Firefox 3: A Long Time Coming and Worth the Wait

On June 17, Mozilla Foundation released the long-awaited Firefox 3.0. The new version makes Firefox better than ever and arguably the best browser available.

As is usually the case with new versions, this latest release contains considerable performance improvements, mostly due to upgrades in the Gecko rendering engine. One thing that bothers me about a few Web sites is their massive use of JavaScript, which in some cases slows down interactivity to the point that simple tasks take forever and a day - sometimes I feel like I might have to go shave while waiting. OK, I'm exaggerating but hopefully you get the gist. One of the big performance improvements in Firefox 3.0 is that, according to Mozilla, JavaScript now runs nearly twice as fast as it does in Firefox 2.x, which means that a lot of Web 2.0 applications are going to be much more pleasant to use.

Another thing that formerly bothered me pertains to Firefox itself: Previous versions contained significant memory leaks. That's a big problem for those of us who keep numerous tabs open over long periods of time. To give you an example, I've run Firefox 2.x on a system with 2GB of RAM and had very little if anything else running on the desktop. Over a period of several days I might wind up having well over a dozen tabs open constantly. When I checked memory usage it wasn't unusual to see Firefox using 1GB of RAM or more! Fortunately Mozilla says that they've fixed "hundreds of memory leaks" in Firefox 3.0.

Mozilla also integrated a new "garbage collector" called XPCOM Cycle Collector, which helps release memory when it is no longer needed by various components. Third-party developers must integrate a bit of code into their modules for them to participate in garbage collection. For details on that process see the URL below.

Aside from better performance and hopefully better memory usage, there are of course a number of significant security improvements. First there's a new site information window that pops up when you click the site name in the location bar. The window can display which site you're really connected to and whether the connection is encrypted using SSL. There's also new malware protection that gives the user a stern warning if they land on a known malware distribution site.

As you know, third-party plug-ins are a mainstay of Firefox and can be used to add untold amounts of very useful functionality. Like previous versions, Firefox 3.0 automatically checks to see if your plug-ins are up to date and can automatically install new versions; however, Firefox 3.0 will automatically disable plug-ins that are not delivered in a secure manner.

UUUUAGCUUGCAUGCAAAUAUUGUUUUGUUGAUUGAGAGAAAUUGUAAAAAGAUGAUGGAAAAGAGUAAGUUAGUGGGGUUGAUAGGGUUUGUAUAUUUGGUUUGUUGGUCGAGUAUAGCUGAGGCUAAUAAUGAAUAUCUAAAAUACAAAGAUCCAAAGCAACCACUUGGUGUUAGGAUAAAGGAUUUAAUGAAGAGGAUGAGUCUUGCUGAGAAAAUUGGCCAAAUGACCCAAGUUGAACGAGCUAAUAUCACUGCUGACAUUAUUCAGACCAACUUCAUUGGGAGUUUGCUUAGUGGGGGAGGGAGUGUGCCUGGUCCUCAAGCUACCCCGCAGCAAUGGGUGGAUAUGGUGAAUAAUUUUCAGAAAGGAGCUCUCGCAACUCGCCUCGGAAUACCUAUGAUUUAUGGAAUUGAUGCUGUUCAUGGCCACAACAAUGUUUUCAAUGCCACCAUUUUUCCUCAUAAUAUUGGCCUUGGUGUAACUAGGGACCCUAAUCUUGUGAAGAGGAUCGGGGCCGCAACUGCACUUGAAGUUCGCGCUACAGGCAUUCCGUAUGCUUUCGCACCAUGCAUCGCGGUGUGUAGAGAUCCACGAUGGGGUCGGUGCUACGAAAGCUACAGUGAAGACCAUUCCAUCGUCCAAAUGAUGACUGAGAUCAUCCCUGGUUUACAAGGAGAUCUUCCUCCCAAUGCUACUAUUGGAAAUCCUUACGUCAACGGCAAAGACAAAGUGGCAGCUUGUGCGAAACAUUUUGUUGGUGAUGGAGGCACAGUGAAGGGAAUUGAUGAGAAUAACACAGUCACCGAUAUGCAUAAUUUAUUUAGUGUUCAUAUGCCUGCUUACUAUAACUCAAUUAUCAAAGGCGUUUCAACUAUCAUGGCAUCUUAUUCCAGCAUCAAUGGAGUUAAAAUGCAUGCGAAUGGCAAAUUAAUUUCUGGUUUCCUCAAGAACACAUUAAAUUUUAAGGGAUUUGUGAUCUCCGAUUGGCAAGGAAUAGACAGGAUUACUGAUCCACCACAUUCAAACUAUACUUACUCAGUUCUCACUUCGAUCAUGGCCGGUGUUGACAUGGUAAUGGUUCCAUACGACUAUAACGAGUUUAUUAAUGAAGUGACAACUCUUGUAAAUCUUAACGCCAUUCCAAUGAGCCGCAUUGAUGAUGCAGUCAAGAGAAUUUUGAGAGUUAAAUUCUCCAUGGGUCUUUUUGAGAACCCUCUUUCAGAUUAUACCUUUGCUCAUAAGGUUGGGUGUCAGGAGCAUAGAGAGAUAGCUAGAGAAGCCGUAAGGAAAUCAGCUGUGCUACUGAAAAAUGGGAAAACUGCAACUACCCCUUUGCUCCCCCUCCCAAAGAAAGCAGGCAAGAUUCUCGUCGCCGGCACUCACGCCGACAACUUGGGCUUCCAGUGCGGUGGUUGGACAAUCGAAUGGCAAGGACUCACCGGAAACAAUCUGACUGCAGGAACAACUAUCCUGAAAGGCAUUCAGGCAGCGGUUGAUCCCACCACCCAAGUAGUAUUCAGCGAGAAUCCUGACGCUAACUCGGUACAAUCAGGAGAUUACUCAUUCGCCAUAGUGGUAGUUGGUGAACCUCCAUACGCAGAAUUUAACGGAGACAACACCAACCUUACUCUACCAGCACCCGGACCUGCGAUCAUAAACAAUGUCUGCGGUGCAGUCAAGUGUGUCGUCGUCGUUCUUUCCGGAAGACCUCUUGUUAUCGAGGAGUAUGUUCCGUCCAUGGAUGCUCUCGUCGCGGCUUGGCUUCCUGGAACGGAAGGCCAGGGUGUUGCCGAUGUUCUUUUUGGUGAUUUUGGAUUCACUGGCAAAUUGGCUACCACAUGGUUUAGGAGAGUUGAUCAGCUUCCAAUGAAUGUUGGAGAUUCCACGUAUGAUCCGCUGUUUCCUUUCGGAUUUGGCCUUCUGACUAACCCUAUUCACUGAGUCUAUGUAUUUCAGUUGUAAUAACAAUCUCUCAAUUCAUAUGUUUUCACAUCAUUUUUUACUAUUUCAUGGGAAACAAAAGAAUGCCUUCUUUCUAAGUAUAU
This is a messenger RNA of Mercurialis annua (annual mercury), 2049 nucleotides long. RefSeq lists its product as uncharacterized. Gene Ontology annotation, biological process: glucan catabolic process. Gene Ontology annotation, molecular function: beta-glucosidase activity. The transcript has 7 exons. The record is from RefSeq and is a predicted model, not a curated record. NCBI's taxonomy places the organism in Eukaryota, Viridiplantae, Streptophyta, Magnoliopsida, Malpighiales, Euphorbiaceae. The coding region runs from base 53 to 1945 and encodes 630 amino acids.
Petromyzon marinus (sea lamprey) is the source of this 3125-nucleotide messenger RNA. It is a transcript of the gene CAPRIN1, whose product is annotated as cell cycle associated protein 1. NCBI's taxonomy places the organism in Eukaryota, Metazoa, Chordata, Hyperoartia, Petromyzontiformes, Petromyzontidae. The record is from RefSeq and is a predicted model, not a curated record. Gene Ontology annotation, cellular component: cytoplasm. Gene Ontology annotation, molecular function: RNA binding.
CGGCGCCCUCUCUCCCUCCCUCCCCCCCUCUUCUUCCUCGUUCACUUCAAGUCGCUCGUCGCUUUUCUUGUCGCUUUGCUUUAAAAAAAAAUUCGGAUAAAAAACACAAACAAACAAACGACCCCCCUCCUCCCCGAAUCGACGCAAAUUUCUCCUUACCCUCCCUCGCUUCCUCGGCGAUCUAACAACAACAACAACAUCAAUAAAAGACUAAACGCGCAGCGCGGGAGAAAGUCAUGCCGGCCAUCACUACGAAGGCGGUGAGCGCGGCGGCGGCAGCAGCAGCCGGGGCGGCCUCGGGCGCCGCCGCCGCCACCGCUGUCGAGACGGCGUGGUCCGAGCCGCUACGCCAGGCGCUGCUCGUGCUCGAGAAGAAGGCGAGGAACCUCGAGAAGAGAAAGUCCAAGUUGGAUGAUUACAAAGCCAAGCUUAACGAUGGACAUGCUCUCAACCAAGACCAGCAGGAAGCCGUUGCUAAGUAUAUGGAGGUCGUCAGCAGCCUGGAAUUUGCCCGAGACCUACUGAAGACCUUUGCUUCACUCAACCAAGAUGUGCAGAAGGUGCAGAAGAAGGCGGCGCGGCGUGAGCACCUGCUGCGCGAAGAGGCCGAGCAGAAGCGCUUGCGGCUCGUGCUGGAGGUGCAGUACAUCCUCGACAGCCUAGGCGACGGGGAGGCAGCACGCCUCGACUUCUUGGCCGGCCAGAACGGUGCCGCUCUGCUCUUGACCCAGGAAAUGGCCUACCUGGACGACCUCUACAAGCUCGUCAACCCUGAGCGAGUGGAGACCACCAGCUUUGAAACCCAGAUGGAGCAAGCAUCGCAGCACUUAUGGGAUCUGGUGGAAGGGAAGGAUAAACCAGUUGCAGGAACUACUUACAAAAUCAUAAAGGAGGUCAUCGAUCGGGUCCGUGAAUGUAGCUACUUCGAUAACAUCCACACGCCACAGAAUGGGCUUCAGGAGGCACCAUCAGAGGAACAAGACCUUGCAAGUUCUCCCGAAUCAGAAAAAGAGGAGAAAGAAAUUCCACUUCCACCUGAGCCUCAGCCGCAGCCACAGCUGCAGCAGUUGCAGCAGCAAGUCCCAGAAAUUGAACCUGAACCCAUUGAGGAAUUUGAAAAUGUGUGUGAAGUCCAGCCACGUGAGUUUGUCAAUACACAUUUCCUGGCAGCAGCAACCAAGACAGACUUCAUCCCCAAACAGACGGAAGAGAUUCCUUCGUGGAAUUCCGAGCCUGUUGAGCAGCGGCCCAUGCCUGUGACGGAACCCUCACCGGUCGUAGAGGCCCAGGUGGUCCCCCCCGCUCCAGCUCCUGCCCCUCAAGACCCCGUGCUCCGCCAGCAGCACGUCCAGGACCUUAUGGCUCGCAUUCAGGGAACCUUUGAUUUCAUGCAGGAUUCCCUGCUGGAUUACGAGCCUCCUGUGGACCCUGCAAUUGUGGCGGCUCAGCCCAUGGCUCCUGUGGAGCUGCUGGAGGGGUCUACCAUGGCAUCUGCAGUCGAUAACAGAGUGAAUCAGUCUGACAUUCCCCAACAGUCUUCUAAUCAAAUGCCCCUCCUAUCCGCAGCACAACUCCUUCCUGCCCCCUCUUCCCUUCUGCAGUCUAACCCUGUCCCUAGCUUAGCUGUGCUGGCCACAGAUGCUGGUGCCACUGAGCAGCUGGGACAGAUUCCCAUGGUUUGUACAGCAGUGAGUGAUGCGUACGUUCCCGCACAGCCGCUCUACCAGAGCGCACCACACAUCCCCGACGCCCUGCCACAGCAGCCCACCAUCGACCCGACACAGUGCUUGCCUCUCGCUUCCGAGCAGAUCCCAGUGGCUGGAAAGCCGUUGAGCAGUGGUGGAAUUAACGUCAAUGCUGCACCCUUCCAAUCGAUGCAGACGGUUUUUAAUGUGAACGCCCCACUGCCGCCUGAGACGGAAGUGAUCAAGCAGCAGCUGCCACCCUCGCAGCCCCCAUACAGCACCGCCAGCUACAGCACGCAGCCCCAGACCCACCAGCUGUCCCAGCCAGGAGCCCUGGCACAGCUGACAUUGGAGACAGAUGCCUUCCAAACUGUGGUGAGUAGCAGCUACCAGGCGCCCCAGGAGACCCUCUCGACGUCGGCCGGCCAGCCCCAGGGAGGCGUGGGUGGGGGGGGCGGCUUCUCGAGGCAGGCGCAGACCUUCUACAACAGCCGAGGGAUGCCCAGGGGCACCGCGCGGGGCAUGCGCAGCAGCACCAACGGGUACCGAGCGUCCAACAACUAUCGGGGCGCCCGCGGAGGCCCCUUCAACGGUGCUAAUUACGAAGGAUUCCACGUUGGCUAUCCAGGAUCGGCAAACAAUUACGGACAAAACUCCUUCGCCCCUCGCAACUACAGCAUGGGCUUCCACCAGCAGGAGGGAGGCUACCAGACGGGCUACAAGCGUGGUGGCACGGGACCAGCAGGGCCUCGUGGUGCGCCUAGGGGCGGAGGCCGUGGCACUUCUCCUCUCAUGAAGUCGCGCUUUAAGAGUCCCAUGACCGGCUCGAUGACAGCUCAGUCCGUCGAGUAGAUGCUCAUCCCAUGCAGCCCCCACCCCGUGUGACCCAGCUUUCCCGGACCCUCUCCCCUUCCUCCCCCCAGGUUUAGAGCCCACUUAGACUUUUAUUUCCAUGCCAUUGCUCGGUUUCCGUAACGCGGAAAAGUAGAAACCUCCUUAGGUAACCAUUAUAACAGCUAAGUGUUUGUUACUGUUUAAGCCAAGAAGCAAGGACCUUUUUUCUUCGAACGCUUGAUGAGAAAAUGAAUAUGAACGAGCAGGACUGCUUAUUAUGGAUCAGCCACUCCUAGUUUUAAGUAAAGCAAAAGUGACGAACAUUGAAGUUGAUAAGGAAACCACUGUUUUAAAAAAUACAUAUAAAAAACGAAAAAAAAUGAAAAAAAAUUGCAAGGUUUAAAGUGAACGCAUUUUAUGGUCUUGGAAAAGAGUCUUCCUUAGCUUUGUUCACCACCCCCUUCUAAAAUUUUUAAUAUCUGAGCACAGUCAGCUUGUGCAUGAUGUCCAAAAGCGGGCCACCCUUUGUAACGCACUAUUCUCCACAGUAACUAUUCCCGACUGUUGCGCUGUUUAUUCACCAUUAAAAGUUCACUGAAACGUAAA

There is a significant security problem in Firefox 2.x (as well as other browsers) pertaining to JavaScript Object Notation (JSON), which is widely used as a sort of language-independent way of writing code. Earlier this year some security issues with JSON were discovered that might let intruders use JavaScript to perform malicious actions. This problem is now fixed with JavaScript 1.8 in Firefox 3.0. If you're interested in details of the vulnerability, go to the URL below, select JavaScript in the left pane, then Encapsulation, then JavaScript Hijacking: Ad Hoc Ajax.

Other security improvements include antivirus software integration, parental controls, and better handling of cookies. And as is usually the case, there are numerous other non-security improvements that you'll probably enjoy.

For those of you seeking help in handling enterprise rollouts of Firefox, be sure to read my article "Enterprise Rollout and Management of Firefox," at the first URL below. To get an overview of other features in Firefox 3.0, read Paul Thurrott's article at the second URL below and Percy Cabello's review at the third URL below.

Finally, keep in mind that some sites do render differently in Firefox 3.0. To determine how your sites look in Firefox 3.0 (as well as 72 other Web browsers!) go to the URL below, where you'll find one of the most useful Web development tools available on the Internet today. The site can grab screen shots of any site using any of the supported browsers, so you get a direct look at your site that will immediately reveal any rendering problems.

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